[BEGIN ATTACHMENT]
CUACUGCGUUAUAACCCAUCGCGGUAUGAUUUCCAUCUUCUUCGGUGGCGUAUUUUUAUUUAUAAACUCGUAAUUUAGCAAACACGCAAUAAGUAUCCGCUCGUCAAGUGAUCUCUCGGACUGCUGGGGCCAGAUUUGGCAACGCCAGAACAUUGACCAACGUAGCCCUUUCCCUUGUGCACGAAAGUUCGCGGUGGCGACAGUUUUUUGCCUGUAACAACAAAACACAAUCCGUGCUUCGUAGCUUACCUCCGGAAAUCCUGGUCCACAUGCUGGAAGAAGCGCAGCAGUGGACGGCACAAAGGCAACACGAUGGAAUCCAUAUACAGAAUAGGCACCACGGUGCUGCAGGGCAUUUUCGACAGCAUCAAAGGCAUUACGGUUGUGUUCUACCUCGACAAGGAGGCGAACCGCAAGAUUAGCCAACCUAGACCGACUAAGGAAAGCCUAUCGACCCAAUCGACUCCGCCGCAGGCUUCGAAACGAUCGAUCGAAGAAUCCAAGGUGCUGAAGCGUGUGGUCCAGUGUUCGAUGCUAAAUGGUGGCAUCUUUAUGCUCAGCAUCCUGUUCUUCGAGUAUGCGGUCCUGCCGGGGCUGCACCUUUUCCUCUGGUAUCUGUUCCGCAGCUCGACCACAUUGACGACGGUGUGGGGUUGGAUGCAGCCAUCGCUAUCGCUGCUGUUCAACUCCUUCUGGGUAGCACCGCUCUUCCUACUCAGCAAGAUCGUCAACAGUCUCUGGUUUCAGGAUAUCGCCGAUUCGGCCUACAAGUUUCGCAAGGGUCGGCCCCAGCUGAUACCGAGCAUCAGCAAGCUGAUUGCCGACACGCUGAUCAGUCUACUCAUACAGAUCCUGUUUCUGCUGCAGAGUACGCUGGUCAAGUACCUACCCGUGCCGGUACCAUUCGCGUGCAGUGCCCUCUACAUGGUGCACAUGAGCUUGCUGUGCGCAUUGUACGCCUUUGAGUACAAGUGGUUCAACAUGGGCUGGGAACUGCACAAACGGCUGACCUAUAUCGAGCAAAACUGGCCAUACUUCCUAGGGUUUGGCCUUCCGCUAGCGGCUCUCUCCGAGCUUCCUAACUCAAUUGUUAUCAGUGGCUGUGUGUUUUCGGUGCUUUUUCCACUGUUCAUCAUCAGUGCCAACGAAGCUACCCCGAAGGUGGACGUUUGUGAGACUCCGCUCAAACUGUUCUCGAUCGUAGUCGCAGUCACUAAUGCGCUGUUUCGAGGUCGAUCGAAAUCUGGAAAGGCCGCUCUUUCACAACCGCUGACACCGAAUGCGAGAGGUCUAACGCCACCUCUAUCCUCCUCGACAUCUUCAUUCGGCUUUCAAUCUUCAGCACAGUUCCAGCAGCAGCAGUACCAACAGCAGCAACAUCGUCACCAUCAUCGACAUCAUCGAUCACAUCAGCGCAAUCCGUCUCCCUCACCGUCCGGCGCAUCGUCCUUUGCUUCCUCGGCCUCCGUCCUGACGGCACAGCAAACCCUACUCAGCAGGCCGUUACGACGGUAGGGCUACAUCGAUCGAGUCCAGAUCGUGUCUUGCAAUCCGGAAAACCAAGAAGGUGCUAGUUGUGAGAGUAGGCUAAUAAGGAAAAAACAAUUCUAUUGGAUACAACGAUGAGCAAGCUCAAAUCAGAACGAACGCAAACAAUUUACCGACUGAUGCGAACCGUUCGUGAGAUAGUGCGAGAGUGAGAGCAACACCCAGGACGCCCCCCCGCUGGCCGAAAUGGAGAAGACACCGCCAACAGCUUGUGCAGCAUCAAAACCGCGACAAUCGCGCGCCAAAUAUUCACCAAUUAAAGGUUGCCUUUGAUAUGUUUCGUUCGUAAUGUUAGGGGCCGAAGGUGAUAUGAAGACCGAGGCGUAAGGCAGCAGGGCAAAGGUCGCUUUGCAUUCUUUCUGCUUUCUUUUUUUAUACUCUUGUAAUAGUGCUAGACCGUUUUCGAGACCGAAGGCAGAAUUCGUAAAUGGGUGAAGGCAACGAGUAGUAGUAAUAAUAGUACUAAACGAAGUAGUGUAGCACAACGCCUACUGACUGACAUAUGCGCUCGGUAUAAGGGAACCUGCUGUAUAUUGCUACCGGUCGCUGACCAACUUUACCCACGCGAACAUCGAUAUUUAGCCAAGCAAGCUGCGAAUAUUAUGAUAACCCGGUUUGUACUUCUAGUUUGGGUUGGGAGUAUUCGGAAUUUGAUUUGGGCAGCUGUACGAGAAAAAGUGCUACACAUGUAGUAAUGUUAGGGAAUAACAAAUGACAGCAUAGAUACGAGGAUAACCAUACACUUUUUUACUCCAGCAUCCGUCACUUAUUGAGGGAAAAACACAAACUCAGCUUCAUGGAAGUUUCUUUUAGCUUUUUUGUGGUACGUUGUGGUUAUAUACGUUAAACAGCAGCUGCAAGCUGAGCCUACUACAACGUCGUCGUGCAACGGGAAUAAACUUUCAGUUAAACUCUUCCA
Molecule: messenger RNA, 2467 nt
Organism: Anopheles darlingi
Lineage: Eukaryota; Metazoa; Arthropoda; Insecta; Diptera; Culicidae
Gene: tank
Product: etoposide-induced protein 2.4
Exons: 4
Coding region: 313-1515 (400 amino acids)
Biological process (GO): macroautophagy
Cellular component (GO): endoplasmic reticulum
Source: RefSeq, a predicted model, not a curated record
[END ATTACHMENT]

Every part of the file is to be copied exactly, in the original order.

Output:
CUACUGCGUUAUAACCCAUCGCGGUAUGAUUUCCAUCUUCUUCGGUGGCGUAUUUUUAUUUAUAAACUCGUAAUUUAGCAAACACGCAAUAAGUAUCCGCUCGUCAAGUGAUCUCUCGGACUGCUGGGGCCAGAUUUGGCAACGCCAGAACAUUGACCAACGUAGCCCUUUCCCUUGUGCACGAAAGUUCGCGGUGGCGACAGUUUUUUGCCUGUAACAACAAAACACAAUCCGUGCUUCGUAGCUUACCUCCGGAAAUCCUGGUCCACAUGCUGGAAGAAGCGCAGCAGUGGACGGCACAAAGGCAACACGAUGGAAUCCAUAUACAGAAUAGGCACCACGGUGCUGCAGGGCAUUUUCGACAGCAUCAAAGGCAUUACGGUUGUGUUCUACCUCGACAAGGAGGCGAACCGCAAGAUUAGCCAACCUAGACCGACUAAGGAAAGCCUAUCGACCCAAUCGACUCCGCCGCAGGCUUCGAAACGAUCGAUCGAAGAAUCCAAGGUGCUGAAGCGUGUGGUCCAGUGUUCGAUGCUAAAUGGUGGCAUCUUUAUGCUCAGCAUCCUGUUCUUCGAGUAUGCGGUCCUGCCGGGGCUGCACCUUUUCCUCUGGUAUCUGUUCCGCAGCUCGACCACAUUGACGACGGUGUGGGGUUGGAUGCAGCCAUCGCUAUCGCUGCUGUUCAACUCCUUCUGGGUAGCACCGCUCUUCCUACUCAGCAAGAUCGUCAACAGUCUCUGGUUUCAGGAUAUCGCCGAUUCGGCCUACAAGUUUCGCAAGGGUCGGCCCCAGCUGAUACCGAGCAUCAGCAAGCUGAUUGCCGACACGCUGAUCAGUCUACUCAUACAGAUCCUGUUUCUGCUGCAGAGUACGCUGGUCAAGUACCUACCCGUGCCGGUACCAUUCGCGUGCAGUGCCCUCUACAUGGUGCACAUGAGCUUGCUGUGCGCAUUGUACGCCUUUGAGUACAAGUGGUUCAACAUGGGCUGGGAACUGCACAAACGGCUGACCUAUAUCGAGCAAAACUGGCCAUACUUCCUAGGGUUUGGCCUUCCGCUAGCGGCUCUCUCCGAGCUUCCUAACUCAAUUGUUAUCAGUGGCUGUGUGUUUUCGGUGCUUUUUCCACUGUUCAUCAUCAGUGCCAACGAAGCUACCCCGAAGGUGGACGUUUGUGAGACUCCGCUCAAACUGUUCUCGAUCGUAGUCGCAGUCACUAAUGCGCUGUUUCGAGGUCGAUCGAAAUCUGGAAAGGCCGCUCUUUCACAACCGCUGACACCGAAUGCGAGAGGUCUAACGCCACCUCUAUCCUCCUCGACAUCUUCAUUCGGCUUUCAAUCUUCAGCACAGUUCCAGCAGCAGCAGUACCAACAGCAGCAACAUCGUCACCAUCAUCGACAUCAUCGAUCACAUCAGCGCAAUCCGUCUCCCUCACCGUCCGGCGCAUCGUCCUUUGCUUCCUCGGCCUCCGUCCUGACGGCACAGCAAACCCUACUCAGCAGGCCGUUACGACGGUAGGGCUACAUCGAUCGAGUCCAGAUCGUGUCUUGCAAUCCGGAAAACCAAGAAGGUGCUAGUUGUGAGAGUAGGCUAAUAAGGAAAAAACAAUUCUAUUGGAUACAACGAUGAGCAAGCUCAAAUCAGAACGAACGCAAACAAUUUACCGACUGAUGCGAACCGUUCGUGAGAUAGUGCGAGAGUGAGAGCAACACCCAGGACGCCCCCCCGCUGGCCGAAAUGGAGAAGACACCGCCAACAGCUUGUGCAGCAUCAAAACCGCGACAAUCGCGCGCCAAAUAUUCACCAAUUAAAGGUUGCCUUUGAUAUGUUUCGUUCGUAAUGUUAGGGGCCGAAGGUGAUAUGAAGACCGAGGCGUAAGGCAGCAGGGCAAAGGUCGCUUUGCAUUCUUUCUGCUUUCUUUUUUUAUACUCUUGUAAUAGUGCUAGACCGUUUUCGAGACCGAAGGCAGAAUUCGUAAAUGGGUGAAGGCAACGAGUAGUAGUAAUAAUAGUACUAAACGAAGUAGUGUAGCACAACGCCUACUGACUGACAUAUGCGCUCGGUAUAAGGGAACCUGCUGUAUAUUGCUACCGGUCGCUGACCAACUUUACCCACGCGAACAUCGAUAUUUAGCCAAGCAAGCUGCGAAUAUUAUGAUAACCCGGUUUGUACUUCUAGUUUGGGUUGGGAGUAUUCGGAAUUUGAUUUGGGCAGCUGUACGAGAAAAAGUGCUACACAUGUAGUAAUGUUAGGGAAUAACAAAUGACAGCAUAGAUACGAGGAUAACCAUACACUUUUUUACUCCAGCAUCCGUCACUUAUUGAGGGAAAAACACAAACUCAGCUUCAUGGAAGUUUCUUUUAGCUUUUUUGUGGUACGUUGUGGUUAUAUACGUUAAACAGCAGCUGCAAGCUGAGCCUACUACAACGUCGUCGUGCAACGGGAAUAAACUUUCAGUUAAACUCUUCCA
Molecule: messenger RNA, 2467 nt
Organism: Anopheles darlingi
Lineage: Eukaryota; Metazoa; Arthropoda; Insecta; Diptera; Culicidae
Gene: tank
Product: etoposide-induced protein 2.4
Exons: 4
Coding region: 313-1515 (400 amino acids)
Biological process (GO): macroautophagy
Cellular component (GO): endoplasmic reticulum
Source: RefSeq, a predicted model, not a curated record